Million-Dollar Verdict For Plaintiff Experiencing $1 In Damages: The Michael Mann Defamation Suit

Million-Dollar Verdict For Plaintiff Experiencing $1 In Damages: The Michael Mann Defamation Suit

Michael Mann is a professor of climate science at the University of Pennsylvania.  He rose to notoriety for a graph he published in 1998 in the journal Nature, meant to illustrate the dramatic warming of the planet.  The curve in the graph resembled a hockey stick and, as such, was dubbed the “Hockey Stick” in climate science literature and academia.

In 2012, Rand Simberg published a blog post with the Competitive Enterprise Institute concluding that the Hockey Stick was comprised of errant data, comparing Mann to convicted sex offender Jerry Sandusky by stating, “Instead of molesting children, [Mann] has molested and tortured data in the service of politicized data.”  Another writer, Mark Steyn, referenced Simberg’s post in an article in the National Review, stating that Mann was “behind the fraudulent climate-change ‘hockey stick’ graph.”

Mann sued for defamation, giving rise to a 12-year legal battle.  On February 8, 2024, a jury found in his favor, awarding him $1 in compensatory damages and over $1 million in punitive damages.[1]

How can a jury award only $1 in compensatory damages and over $1 million in punitive damages?

First, let’s break down what compensatory versus punitive damages are in a lawsuit.  Compensatory damages are money awarded to a plaintiff to compensate for proven losses.  For example, if an employee is wrongfully terminated and unable to get a job for several months, compensatory damages would equal the lost wages incurred by the plaintiff.  Compensatory damages can also be based on emotional distress experienced.  Sometimes in the law we describe compensatory damages as the amount of money needed, or appropriately calibrated, to make plaintiff “whole.”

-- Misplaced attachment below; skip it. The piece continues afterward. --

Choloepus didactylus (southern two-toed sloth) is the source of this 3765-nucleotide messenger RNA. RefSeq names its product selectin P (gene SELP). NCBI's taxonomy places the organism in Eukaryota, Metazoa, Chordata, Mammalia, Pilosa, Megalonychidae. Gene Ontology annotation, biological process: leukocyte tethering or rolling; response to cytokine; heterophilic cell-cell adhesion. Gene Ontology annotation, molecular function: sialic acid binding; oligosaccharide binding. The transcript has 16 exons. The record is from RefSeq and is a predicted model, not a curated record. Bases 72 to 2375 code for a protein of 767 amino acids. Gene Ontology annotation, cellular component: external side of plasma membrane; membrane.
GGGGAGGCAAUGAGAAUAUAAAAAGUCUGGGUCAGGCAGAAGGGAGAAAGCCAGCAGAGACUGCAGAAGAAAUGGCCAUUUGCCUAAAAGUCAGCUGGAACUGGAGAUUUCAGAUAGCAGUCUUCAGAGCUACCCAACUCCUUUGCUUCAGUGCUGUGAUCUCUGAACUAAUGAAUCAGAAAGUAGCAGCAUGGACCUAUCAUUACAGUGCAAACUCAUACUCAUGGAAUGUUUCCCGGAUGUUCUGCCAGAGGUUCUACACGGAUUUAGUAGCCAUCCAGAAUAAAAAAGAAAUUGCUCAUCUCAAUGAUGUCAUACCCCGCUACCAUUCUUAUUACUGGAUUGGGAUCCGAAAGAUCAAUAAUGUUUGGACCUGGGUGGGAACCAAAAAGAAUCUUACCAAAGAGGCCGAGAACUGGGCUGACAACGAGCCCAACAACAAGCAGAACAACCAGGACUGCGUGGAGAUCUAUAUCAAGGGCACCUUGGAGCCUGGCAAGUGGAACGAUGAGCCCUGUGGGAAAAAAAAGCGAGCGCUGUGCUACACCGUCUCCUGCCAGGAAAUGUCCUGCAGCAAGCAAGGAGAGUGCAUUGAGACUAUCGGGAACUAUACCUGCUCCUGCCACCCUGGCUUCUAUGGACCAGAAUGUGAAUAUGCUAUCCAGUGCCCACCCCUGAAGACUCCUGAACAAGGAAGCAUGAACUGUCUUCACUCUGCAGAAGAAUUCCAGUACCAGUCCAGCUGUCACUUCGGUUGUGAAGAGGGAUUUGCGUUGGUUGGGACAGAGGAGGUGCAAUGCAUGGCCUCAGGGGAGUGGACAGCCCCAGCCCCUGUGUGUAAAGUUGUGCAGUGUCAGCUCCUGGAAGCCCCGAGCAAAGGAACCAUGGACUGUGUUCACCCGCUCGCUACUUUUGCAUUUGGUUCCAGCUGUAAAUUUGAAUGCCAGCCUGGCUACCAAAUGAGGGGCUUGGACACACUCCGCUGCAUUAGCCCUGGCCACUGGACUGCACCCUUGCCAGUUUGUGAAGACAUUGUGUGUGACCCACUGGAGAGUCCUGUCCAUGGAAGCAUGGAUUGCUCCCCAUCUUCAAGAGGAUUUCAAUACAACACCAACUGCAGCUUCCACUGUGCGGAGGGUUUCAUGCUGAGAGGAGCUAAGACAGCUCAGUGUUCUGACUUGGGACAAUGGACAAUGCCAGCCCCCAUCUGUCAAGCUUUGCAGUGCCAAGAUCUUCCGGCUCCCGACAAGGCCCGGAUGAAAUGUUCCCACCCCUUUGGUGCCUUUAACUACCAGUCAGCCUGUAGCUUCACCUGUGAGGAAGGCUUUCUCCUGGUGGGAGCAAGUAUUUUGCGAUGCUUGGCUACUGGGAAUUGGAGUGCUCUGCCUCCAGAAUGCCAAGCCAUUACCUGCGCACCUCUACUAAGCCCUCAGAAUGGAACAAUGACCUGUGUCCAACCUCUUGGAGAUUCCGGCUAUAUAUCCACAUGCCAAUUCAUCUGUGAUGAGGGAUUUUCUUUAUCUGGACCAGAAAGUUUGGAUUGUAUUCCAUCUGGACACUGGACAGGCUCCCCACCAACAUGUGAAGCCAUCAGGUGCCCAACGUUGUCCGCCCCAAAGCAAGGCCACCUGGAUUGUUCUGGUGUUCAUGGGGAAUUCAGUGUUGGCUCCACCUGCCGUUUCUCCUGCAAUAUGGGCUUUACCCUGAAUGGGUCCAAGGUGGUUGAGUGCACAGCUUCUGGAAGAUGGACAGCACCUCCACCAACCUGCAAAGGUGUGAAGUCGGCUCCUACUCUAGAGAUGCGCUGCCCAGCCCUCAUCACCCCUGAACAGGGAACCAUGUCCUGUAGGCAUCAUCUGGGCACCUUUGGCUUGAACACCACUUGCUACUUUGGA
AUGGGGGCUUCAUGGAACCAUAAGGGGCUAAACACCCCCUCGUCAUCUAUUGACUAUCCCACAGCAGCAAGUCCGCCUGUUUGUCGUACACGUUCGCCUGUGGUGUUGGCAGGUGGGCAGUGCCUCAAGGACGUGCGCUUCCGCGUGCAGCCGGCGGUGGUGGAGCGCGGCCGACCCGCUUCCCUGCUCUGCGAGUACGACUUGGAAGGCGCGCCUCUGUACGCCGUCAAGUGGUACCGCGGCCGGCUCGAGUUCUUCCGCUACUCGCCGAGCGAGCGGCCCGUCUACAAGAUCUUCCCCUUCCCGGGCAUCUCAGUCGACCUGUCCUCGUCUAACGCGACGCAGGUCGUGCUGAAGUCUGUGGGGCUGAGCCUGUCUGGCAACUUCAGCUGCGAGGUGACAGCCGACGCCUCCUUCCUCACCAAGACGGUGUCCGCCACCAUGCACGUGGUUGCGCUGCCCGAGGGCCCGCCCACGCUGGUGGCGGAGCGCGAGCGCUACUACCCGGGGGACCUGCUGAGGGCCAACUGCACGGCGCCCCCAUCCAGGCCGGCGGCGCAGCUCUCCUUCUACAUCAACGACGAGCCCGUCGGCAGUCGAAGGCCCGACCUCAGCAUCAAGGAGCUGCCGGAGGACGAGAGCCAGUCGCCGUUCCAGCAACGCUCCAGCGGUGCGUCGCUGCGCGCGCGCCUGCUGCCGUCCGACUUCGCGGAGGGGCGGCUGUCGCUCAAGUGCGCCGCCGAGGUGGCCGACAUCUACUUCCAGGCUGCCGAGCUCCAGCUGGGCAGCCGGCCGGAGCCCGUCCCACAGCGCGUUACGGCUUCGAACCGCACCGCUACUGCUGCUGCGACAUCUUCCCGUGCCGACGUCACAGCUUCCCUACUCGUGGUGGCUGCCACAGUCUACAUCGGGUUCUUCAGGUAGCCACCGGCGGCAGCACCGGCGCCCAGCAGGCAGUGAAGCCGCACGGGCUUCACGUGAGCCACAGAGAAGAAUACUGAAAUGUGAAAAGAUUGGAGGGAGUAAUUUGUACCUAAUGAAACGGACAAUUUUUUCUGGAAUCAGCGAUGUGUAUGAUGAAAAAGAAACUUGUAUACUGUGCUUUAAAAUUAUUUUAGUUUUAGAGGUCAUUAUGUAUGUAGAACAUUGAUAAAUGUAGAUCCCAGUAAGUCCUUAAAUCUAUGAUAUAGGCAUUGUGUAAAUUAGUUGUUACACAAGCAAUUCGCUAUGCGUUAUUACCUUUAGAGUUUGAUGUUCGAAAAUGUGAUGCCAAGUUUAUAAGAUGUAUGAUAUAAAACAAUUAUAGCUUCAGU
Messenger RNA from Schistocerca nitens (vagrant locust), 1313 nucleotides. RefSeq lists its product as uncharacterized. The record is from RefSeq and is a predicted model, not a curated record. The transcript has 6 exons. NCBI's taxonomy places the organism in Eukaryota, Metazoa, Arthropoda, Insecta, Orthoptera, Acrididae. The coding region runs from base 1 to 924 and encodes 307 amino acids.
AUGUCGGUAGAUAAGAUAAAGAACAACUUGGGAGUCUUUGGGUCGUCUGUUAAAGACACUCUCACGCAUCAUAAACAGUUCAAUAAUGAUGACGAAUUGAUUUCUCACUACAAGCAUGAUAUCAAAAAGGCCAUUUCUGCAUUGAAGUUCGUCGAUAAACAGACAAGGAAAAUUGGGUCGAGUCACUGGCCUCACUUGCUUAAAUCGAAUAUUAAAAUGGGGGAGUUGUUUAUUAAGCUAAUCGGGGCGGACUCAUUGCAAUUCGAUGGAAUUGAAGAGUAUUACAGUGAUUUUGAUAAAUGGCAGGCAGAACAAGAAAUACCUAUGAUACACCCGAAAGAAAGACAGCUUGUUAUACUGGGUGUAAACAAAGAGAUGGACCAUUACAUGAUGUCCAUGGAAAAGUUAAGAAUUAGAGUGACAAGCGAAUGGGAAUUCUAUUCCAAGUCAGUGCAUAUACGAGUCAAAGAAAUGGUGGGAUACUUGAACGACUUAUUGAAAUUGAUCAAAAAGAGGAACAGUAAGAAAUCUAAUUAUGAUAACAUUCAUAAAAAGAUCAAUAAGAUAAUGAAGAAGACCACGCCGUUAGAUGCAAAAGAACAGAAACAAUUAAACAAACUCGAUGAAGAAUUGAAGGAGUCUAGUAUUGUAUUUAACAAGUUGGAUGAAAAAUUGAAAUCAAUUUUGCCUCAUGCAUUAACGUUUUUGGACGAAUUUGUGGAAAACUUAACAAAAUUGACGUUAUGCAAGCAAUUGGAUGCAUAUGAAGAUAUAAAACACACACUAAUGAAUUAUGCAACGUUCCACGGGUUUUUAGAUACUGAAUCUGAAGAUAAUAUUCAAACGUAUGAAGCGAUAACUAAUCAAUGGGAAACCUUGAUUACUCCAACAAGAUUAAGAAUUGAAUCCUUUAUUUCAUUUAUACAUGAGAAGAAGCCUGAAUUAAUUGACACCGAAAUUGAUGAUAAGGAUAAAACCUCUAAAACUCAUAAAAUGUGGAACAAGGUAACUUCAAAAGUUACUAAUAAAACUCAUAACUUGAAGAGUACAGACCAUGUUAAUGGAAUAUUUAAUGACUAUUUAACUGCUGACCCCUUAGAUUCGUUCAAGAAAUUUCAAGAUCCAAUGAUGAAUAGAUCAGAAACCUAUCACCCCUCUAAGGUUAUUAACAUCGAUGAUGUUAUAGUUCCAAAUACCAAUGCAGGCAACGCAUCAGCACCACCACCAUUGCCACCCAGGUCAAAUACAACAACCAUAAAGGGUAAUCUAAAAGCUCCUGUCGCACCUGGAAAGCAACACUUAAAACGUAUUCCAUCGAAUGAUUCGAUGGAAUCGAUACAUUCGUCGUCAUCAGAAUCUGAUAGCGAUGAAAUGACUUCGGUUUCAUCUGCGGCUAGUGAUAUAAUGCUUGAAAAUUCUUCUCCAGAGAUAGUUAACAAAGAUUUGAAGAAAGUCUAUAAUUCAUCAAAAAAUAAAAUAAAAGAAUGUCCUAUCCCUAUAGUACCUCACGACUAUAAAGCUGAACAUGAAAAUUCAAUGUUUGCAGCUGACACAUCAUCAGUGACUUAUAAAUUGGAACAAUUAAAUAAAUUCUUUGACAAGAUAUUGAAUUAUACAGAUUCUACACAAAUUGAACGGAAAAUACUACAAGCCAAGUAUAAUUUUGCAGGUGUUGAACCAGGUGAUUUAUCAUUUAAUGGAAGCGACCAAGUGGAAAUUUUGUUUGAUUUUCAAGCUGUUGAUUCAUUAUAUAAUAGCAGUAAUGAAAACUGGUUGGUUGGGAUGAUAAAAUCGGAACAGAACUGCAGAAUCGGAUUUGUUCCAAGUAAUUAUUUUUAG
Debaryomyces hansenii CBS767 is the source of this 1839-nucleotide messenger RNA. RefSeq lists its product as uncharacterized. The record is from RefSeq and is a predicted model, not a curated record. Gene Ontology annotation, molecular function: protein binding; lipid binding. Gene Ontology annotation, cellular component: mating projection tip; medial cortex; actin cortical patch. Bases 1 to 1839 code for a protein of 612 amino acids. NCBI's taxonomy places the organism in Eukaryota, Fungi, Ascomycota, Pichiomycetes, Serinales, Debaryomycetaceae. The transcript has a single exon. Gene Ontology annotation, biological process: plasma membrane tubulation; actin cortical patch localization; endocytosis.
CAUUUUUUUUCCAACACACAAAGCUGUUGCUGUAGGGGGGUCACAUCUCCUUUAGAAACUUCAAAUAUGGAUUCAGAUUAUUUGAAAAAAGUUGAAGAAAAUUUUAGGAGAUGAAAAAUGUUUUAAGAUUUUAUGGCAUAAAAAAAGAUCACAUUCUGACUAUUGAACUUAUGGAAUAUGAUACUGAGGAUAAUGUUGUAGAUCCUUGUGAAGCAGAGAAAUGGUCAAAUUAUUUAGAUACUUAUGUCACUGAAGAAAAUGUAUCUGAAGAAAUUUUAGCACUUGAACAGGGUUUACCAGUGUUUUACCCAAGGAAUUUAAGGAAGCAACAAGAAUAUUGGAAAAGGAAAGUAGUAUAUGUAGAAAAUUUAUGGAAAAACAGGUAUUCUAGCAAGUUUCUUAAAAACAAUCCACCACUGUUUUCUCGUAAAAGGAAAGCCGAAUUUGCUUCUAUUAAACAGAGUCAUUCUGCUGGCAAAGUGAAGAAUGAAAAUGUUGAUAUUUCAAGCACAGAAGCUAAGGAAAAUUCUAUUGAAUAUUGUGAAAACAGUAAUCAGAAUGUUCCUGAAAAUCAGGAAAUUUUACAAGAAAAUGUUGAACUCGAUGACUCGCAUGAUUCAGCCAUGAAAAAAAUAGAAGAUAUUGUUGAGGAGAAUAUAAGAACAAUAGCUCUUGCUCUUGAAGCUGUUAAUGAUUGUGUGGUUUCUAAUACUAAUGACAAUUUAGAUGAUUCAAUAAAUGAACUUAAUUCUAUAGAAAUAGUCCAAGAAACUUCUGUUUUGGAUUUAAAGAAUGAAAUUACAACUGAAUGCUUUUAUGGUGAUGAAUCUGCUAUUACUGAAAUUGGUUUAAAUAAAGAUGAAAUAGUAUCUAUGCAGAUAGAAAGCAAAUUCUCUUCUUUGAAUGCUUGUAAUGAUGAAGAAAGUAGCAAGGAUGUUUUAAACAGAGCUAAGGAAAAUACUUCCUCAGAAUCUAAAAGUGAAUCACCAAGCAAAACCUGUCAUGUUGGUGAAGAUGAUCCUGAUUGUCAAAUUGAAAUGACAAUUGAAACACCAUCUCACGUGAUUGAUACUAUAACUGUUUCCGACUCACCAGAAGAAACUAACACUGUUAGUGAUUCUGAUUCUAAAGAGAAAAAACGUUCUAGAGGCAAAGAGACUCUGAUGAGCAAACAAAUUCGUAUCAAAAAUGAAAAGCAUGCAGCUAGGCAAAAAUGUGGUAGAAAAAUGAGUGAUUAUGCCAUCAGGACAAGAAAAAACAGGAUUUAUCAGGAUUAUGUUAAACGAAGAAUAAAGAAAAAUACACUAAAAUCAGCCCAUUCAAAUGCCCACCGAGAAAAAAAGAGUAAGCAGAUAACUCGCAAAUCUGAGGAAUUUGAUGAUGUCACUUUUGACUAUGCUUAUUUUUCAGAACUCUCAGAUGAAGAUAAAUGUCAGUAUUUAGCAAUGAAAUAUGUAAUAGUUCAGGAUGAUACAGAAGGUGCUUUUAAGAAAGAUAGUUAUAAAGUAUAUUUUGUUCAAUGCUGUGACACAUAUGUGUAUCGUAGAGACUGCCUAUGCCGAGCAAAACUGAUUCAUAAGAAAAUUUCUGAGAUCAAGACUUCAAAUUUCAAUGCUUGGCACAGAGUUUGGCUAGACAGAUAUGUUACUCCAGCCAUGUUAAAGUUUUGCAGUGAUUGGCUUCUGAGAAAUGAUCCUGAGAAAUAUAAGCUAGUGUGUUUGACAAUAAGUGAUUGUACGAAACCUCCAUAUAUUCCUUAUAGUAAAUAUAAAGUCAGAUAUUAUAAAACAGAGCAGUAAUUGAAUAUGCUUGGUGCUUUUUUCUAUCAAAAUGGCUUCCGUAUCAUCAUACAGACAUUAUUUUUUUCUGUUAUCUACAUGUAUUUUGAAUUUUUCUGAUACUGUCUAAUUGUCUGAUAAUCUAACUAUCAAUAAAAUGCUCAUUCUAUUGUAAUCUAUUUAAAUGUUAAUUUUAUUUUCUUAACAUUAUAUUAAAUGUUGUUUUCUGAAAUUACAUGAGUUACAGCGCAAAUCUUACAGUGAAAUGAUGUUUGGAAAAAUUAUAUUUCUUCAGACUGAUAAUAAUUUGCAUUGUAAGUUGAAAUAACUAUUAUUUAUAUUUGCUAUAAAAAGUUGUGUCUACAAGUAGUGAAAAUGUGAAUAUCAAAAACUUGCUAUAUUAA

A $1 jury award is what we call a nominal damages award.  A nominal damages award means the jury believed that Mann’s legal rights were violated, but that he didn’t lose any money, or experience any emotional distress, as a result of the violation.

Punitive damages, on the other hand, are damages designed to punish the defendant.  Generally, the purpose of our civil justice system is to make plaintiffs whole and curb further violations, not to punish wrongdoers.  As such, states have strict rules about when, whether, and under what circumstances a plaintiff can seek punitive damages.  Usually, punitive damages are available in cases where the defendant acted more than negligently, meaning recklessly—without regard to the consequences of her or his actions—or intentionally.

When a compensatory damages award is nominal but accompanied by a substantial punitive damages award, as in Mann’s case, it means the jury sought to punish the defendant for its conduct, regardless of whether the plaintiff experienced actual, tangible, quantifiable harm.

While this type of result is not unheard-of in defamation cases, it is very likely to be appealed.  The United States Supreme Court has held that, in certain circumstances, punitive damages may be so large that they violate the Due Process Clause of the U.S. Constitution. The defendants in the Mann case also argued, unsuccessfully in the trial court, that their speech was protected by the First Amendment and this issue, as well, is likely to be appealed. The contours of the Due Process analysis with respect to punitive damages awards, and the application of the First Amendment to defamation claims, are complex, but suffice it to say that the jury award in the Mann case is unlikely to be the last word on the matter.

[1] The jury verdicts were against the writers only. Mann’s claims against the publications were dismissed over the course of the litigation.

Are you facing a defamation lawsuit and looking for legal advice? Contact the winning litigation team of attorneys at Parker Daniels Kibort to discuss how we can help. Call 612.355.4100.